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Genetics Home Reference: your guide to understanding genetic conditions
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RAI1

Reviewed February 2007

What is the official name of the RAI1 gene?

The official name of this gene is “retinoic acid induced 1.”

RAI1 is the gene's official symbol. The RAI1 gene is also known by other names, listed below.

What is the normal function of the RAI1 gene?

The RAI1 gene provides instructions for making a protein that is active in nerve cells in the brain. Although the function of this protein is unknown, it is thought to be involved in nervous system development. Within cells, the RAI1 protein may be part of a protein complex (a group of proteins that work together) that helps control the activity of certain genes.

How are changes in the RAI1 gene related to health conditions?

Smith-Magenis syndrome - caused by mutations in the RAI1 gene

Researchers believe that a change in the function of the RAI1 gene is responsible for most of the physical, mental, and behavioral features of Smith-Magenis syndrome. In most cases, one copy of the RAI1 gene in each cell is lost when a region of chromosome 17 that contains the gene is deleted. It is unclear how the loss of this gene leads to the characteristic signs and symptoms of this condition.

A small percentage of cases are caused by a mutation in the RAI1 gene instead of a chromosomal deletion. Although these individuals have many of the major features of Smith-Magenis syndrome (including intellectual disability, behavioral problems, and sleep disturbances), they are less likely than people with a chromosomal deletion to have short stature, hearing loss, and heart or kidney abnormalities. At least 12 RAI1 mutations have been identified in people with Smith-Magenis syndrome. These mutations lead to the production of a nonfunctional version of the RAI1 protein or reduce the amount of this protein that is produced in cells. Scientists are working to determine how a missing or abnormal RAI1 protein results in the varied features of this disorder.

Where is the RAI1 gene located?

Cytogenetic Location: 17p11.2

Molecular Location on chromosome 17: base pairs 17,681,472 to 17,811,452

The RAI1 gene is located on the short (p) arm of chromosome 17 at position 11.2.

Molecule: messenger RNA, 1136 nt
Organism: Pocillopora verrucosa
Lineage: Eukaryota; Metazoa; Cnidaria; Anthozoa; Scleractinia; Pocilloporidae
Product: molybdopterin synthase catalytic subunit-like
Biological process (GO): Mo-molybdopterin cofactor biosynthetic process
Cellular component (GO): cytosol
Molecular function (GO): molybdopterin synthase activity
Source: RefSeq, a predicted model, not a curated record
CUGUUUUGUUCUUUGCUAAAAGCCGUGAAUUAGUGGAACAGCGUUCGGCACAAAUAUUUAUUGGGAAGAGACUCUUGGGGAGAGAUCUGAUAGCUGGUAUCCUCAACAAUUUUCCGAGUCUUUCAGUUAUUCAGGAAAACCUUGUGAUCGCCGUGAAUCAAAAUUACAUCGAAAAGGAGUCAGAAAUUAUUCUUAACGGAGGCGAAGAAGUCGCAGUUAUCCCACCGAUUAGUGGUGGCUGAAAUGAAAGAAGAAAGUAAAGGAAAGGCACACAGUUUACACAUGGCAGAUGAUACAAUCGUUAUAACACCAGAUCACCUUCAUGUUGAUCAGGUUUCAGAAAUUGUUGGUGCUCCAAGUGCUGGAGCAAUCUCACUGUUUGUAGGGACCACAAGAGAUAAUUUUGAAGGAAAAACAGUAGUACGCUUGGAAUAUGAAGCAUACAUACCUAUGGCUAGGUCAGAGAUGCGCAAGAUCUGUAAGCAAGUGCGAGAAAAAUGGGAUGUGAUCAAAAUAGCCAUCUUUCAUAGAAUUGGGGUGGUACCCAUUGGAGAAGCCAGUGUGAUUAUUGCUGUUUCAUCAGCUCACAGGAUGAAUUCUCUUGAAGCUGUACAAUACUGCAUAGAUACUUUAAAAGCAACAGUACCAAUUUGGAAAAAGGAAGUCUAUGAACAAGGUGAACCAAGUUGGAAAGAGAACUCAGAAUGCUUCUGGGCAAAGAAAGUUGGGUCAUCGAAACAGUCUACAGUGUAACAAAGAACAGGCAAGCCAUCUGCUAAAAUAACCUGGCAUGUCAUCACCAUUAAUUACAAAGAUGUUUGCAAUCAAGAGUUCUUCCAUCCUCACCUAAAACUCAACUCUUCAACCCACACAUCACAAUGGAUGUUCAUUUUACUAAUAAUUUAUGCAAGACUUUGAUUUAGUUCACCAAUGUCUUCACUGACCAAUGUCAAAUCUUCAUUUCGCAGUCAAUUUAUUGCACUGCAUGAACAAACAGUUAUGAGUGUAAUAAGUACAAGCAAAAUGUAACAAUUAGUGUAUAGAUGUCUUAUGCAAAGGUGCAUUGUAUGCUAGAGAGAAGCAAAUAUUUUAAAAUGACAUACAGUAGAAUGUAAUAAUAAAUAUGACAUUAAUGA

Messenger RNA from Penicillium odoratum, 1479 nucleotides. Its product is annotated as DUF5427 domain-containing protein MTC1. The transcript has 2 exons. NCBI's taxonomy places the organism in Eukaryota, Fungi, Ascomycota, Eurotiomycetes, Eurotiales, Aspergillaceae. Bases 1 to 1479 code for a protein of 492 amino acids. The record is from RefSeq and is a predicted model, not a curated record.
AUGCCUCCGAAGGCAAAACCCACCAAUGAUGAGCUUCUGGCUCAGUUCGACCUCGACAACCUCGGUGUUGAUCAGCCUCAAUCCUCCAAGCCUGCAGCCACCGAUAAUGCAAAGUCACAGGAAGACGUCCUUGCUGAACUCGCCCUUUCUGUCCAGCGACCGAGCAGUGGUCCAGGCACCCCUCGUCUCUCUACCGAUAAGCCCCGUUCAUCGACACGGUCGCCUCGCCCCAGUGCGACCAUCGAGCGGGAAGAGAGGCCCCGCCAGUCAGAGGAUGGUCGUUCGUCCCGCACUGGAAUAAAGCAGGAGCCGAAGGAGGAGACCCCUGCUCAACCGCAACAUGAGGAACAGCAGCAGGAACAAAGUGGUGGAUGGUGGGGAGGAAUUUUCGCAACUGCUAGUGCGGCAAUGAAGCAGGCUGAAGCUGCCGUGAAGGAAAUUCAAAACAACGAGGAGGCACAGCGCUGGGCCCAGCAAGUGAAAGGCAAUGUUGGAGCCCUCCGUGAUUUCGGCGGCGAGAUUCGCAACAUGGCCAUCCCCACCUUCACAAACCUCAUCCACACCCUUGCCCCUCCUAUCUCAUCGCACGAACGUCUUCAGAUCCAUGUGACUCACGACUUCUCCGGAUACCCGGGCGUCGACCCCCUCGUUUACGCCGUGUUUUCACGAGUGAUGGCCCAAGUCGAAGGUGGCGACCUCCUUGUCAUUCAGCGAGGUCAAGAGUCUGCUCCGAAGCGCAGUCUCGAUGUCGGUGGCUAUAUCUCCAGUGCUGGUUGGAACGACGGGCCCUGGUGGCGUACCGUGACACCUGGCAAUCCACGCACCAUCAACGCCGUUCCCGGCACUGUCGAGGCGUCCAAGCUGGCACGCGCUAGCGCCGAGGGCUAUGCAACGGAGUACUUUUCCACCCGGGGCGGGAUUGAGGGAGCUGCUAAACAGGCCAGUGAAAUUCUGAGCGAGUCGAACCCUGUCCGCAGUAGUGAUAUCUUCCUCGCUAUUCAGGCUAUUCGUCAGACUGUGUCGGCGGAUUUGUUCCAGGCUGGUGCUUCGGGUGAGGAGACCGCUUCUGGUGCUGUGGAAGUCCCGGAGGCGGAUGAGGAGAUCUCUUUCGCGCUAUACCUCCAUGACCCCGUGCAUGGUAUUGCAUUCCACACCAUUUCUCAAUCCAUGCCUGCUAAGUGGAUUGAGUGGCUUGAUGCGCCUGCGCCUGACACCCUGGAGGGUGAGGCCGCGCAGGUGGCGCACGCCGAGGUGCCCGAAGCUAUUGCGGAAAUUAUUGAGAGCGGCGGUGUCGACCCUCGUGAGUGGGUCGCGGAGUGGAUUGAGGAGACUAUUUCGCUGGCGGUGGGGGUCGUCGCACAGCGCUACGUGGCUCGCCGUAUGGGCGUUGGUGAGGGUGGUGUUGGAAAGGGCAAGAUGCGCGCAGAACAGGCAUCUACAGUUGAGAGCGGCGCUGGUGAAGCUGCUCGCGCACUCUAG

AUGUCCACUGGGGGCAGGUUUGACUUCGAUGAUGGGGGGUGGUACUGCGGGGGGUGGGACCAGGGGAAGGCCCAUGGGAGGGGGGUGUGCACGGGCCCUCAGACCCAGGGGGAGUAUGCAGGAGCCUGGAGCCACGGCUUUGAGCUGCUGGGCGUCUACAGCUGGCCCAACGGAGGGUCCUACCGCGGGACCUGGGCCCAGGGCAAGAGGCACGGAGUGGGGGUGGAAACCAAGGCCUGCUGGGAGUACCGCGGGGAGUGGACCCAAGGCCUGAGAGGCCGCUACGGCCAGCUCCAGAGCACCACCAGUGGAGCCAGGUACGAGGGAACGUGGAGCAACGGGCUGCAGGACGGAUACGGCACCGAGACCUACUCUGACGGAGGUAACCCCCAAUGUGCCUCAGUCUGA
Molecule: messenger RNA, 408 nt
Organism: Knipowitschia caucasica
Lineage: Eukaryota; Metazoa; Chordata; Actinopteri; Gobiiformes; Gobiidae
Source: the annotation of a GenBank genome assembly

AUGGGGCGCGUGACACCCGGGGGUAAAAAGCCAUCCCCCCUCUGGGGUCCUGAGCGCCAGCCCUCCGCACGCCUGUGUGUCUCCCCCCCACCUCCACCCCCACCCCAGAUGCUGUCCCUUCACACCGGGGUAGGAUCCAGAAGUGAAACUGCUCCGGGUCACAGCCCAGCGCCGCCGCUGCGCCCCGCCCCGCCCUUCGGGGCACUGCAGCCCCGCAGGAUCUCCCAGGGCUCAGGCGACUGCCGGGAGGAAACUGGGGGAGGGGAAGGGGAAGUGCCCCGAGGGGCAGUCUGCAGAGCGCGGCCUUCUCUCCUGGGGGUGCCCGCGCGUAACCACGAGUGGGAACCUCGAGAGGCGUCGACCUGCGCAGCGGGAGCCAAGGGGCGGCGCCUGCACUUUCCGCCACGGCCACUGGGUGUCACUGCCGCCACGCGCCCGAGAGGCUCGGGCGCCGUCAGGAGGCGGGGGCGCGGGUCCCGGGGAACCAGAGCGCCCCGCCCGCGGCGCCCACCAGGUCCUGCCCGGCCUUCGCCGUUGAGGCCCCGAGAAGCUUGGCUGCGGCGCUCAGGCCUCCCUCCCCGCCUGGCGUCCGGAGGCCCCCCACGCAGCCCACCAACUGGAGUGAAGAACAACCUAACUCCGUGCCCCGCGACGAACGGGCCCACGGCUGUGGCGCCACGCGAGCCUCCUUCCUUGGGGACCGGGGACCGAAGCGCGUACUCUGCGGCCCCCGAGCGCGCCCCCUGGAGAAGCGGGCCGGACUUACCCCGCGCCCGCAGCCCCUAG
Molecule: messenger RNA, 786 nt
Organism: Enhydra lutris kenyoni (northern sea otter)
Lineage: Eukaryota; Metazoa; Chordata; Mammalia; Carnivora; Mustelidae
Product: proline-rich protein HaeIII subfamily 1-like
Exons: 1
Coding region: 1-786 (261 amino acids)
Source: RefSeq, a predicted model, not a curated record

The RAI1 gene is located on the short (p) arm of chromosome 17 at position 11.2.

More precisely, the RAI1 gene is located from base pair 17,681,472 to base pair 17,811,452 on chromosome 17.

See How do geneticists indicate the location of a gene? (http://ghr.nlm.nih.gov/handbook/howgeneswork/genelocation) in the Handbook.

Where can I find additional information about RAI1?

You and your healthcare professional may find the following resources about RAI1 helpful.

You may also be interested in these resources, which are designed for genetics professionals and researchers.

What other names do people use for the RAI1 gene or gene products?

  • KIAA1820
  • RAI1_HUMAN
  • SMCR
  • SMS

See How are genetic conditions and genes named? (http://ghr.nlm.nih.gov/handbook/mutationsanddisorders/naming) in the Handbook.

What glossary definitions help with understanding RAI1?

cell ; chromosome ; deletion ; disability ; gene ; kidney ; mutation ; nervous system ; protein ; short stature ; stature ; syndrome

You may find definitions for these and many other terms in the Genetics Home Reference Glossary (http://ghr.nlm.nih.gov/glossary).

References

  • Bi W, Saifi GM, Girirajan S, Shi X, Szomju B, Firth H, Magenis RE, Potocki L, Elsea SH, Lupski JR. RAI1 point mutations, CAG repeat variation, and SNP analysis in non-deletion Smith-Magenis syndrome. Am J Med Genet A. 2006 Nov 15;140(22):2454-63. (http://www.ncbi.nlm.nih.gov/pubmed/17041942?dopt=Abstract)
  • Bi W, Saifi GM, Shaw CJ, Walz K, Fonseca P, Wilson M, Potocki L, Lupski JR. Mutations of RAI1, a PHD-containing protein, in nondeletion patients with Smith-Magenis syndrome. Hum Genet. 2004 Nov;115(6):515-24. Epub 2004 Sep 30. (http://www.ncbi.nlm.nih.gov/pubmed/15565467?dopt=Abstract)
  • Gene Review: Smith-Magenis Syndrome (http://www.ncbi.nlm.nih.gov/books/NBK1310)
  • Girirajan S, Elsas LJ 2nd, Devriendt K, Elsea SH. RAI1 variations in Smith-Magenis syndrome patients without 17p11.2 deletions. J Med Genet. 2005 Nov;42(11):820-8. Epub 2005 Mar 23. (http://www.ncbi.nlm.nih.gov/pubmed/15788730?dopt=Abstract)
  • Girirajan S, Vlangos CN, Szomju BB, Edelman E, Trevors CD, Dupuis L, Nezarati M, Bunyan DJ, Elsea SH. Genotype-phenotype correlation in Smith-Magenis syndrome: evidence that multiple genes in 17p11.2 contribute to the clinical spectrum. Genet Med. 2006 Jul;8(7):417-27. (http://www.ncbi.nlm.nih.gov/pubmed/16845274?dopt=Abstract)
  • NCBI Gene (http://www.ncbi.nlm.nih.gov/gene/10743)
  • Slager RE, Newton TL, Vlangos CN, Finucane B, Elsea SH. Mutations in RAI1 associated with Smith-Magenis syndrome. Nat Genet. 2003 Apr;33(4):466-8. Epub 2003 Mar 24. (http://www.ncbi.nlm.nih.gov/pubmed/12652298?dopt=Abstract)

 

The resources on this site should not be used as a substitute for professional medical care or advice. Users seeking information about a personal genetic disease, syndrome, or condition should consult with a qualified healthcare professional. See How can I find a genetics professional in my area? (http://ghr.nlm.nih.gov/handbook/consult/findingprofessional) in the Handbook.

 
Reviewed: February 2007
Published: October 20, 2014